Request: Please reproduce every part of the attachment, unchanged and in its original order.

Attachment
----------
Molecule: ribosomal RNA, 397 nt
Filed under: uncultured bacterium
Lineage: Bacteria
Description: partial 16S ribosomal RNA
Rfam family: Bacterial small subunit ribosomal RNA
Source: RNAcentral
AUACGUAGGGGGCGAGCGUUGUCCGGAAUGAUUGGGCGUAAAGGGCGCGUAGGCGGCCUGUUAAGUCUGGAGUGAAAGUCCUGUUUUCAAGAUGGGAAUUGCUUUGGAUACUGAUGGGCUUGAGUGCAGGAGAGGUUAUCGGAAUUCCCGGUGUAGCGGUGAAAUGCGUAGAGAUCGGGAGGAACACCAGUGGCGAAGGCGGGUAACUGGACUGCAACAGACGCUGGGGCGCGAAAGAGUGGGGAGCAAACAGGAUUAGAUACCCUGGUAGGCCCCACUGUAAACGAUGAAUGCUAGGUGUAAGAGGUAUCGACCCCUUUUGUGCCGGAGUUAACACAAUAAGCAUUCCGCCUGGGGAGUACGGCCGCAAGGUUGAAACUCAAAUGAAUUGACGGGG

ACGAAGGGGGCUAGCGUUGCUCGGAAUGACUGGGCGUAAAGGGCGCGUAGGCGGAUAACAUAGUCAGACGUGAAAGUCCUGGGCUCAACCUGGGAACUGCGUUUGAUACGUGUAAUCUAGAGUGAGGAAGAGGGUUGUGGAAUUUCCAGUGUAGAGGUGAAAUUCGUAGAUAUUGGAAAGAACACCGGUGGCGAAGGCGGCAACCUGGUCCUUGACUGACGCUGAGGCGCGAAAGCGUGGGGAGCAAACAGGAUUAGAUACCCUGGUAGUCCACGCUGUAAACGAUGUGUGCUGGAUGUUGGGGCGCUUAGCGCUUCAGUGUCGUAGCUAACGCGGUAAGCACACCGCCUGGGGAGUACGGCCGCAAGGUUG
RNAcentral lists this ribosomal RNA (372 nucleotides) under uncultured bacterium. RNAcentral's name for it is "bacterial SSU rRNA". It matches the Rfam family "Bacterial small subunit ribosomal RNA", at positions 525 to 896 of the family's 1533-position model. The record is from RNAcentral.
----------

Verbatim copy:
Molecule: ribosomal RNA, 397 nt
Filed under: uncultured bacterium
Lineage: Bacteria
Description: partial 16S ribosomal RNA
Rfam family: Bacterial small subunit ribosomal RNA
Source: RNAcentral
AUACGUAGGGGGCGAGCGUUGUCCGGAAUGAUUGGGCGUAAAGGGCGCGUAGGCGGCCUGUUAAGUCUGGAGUGAAAGUCCUGUUUUCAAGAUGGGAAUUGCUUUGGAUACUGAUGGGCUUGAGUGCAGGAGAGGUUAUCGGAAUUCCCGGUGUAGCGGUGAAAUGCGUAGAGAUCGGGAGGAACACCAGUGGCGAAGGCGGGUAACUGGACUGCAACAGACGCUGGGGCGCGAAAGAGUGGGGAGCAAACAGGAUUAGAUACCCUGGUAGGCCCCACUGUAAACGAUGAAUGCUAGGUGUAAGAGGUAUCGACCCCUUUUGUGCCGGAGUUAACACAAUAAGCAUUCCGCCUGGGGAGUACGGCCGCAAGGUUGAAACUCAAAUGAAUUGACGGGG

ACGAAGGGGGCUAGCGUUGCUCGGAAUGACUGGGCGUAAAGGGCGCGUAGGCGGAUAACAUAGUCAGACGUGAAAGUCCUGGGCUCAACCUGGGAACUGCGUUUGAUACGUGUAAUCUAGAGUGAGGAAGAGGGUUGUGGAAUUUCCAGUGUAGAGGUGAAAUUCGUAGAUAUUGGAAAGAACACCGGUGGCGAAGGCGGCAACCUGGUCCUUGACUGACGCUGAGGCGCGAAAGCGUGGGGAGCAAACAGGAUUAGAUACCCUGGUAGUCCACGCUGUAAACGAUGUGUGCUGGAUGUUGGGGCGCUUAGCGCUUCAGUGUCGUAGCUAACGCGGUAAGCACACCGCCUGGGGAGUACGGCCGCAAGGUUG
RNAcentral lists this ribosomal RNA (372 nucleotides) under uncultured bacterium. RNAcentral's name for it is "bacterial SSU rRNA". It matches the Rfam family "Bacterial small subunit ribosomal RNA", at positions 525 to 896 of the family's 1533-position model. The record is from RNAcentral.